Clermont Pépin, Symphony No. 2

CLERMONT PÉPIN: Born in St-Georges-de-Beauce, Quebec, May 15, 1926; died in Montreal, September 2, 2006

In this tautly constructed, finely-crafted work Pépin has used models of musical genres common to the Baroque world of the late seventeenth and early eighteenth centuries to create a thoroughly twentieth-century example of the symphony.

Clermont Pépin composed his Second Symphony in the latter half of 1957 and heard it premiered on December 22 by the Orchestra of the Little Symphonies of Montreal, for whom it was written, conducted by Roland Leduc. The composer writes:

“The overall form of the symphony differs from classical form in that in place of the conventional opening allegro movement, the symphony begins with a toccata. The word must be understood here in its general sense of underscoring the percussive nature of the music. The second movement is a chorale whose character, mournful and serene by turns, serves as a contrast to the excitable first movement. The finale is an atonal fugue whose subject is in a constant state of flux.”

It is interesting to note that, despite the thoroughly modern (for 1957) sound of this symphony, all three movements bear titles of musical genres common to the Baroque period (late seventeenth and early eighteenth centuries). The toccata aspect of the first movement is found in the regular, rapidly pulsing eighth notes (beginning in the seventh measure), which travel relentlessly throughout the orchestra, often passing from one section or range to another. Pépin’s use of the toccata is somewhat free in that he interjects passages where the regularly pulsing eighths are temporarily abandoned and, most unusually, superimposes lyrical lines that ride over the pulsing toccata element.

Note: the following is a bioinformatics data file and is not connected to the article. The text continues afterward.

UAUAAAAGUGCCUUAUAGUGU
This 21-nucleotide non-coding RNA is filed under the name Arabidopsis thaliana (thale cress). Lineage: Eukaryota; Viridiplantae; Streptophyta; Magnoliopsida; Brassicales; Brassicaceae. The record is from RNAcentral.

The term “chorale” likewise is used freely. The opening and closing sections do bear relation to the kind of chorales Bach wrote, not in terms of harmonic practice but in the sense that all the lines move to the same slow, stately metrical pattern. As in the toccata movement, Pépin from time to time superimposes a lyrical element over the chorale material, initially with a solo violin, near the end a clarinet, then flute. Of the three movements, the final fugue adheres most closely to the Baroque model. Yet here too Pépin introduces a uniquely twentieth-century element: an extended episode for percussion alone. To a classical orchestra composed of just pairs of winds plus strings, Pépin has added enough percussion instruments to create an entire fugal episode that closely approximates what the full orchestra has previously presented: 5 wood blocks, 5 temple blocks, 2 bongos, 2 tom-toms, gong, triangle, cymbals, Chinese cymbal, bell, tambourine, snare drum, military drum, bass drum, 5 timpani, xylophone and marimba.
Robert Markow

© 2010, Robert Markow

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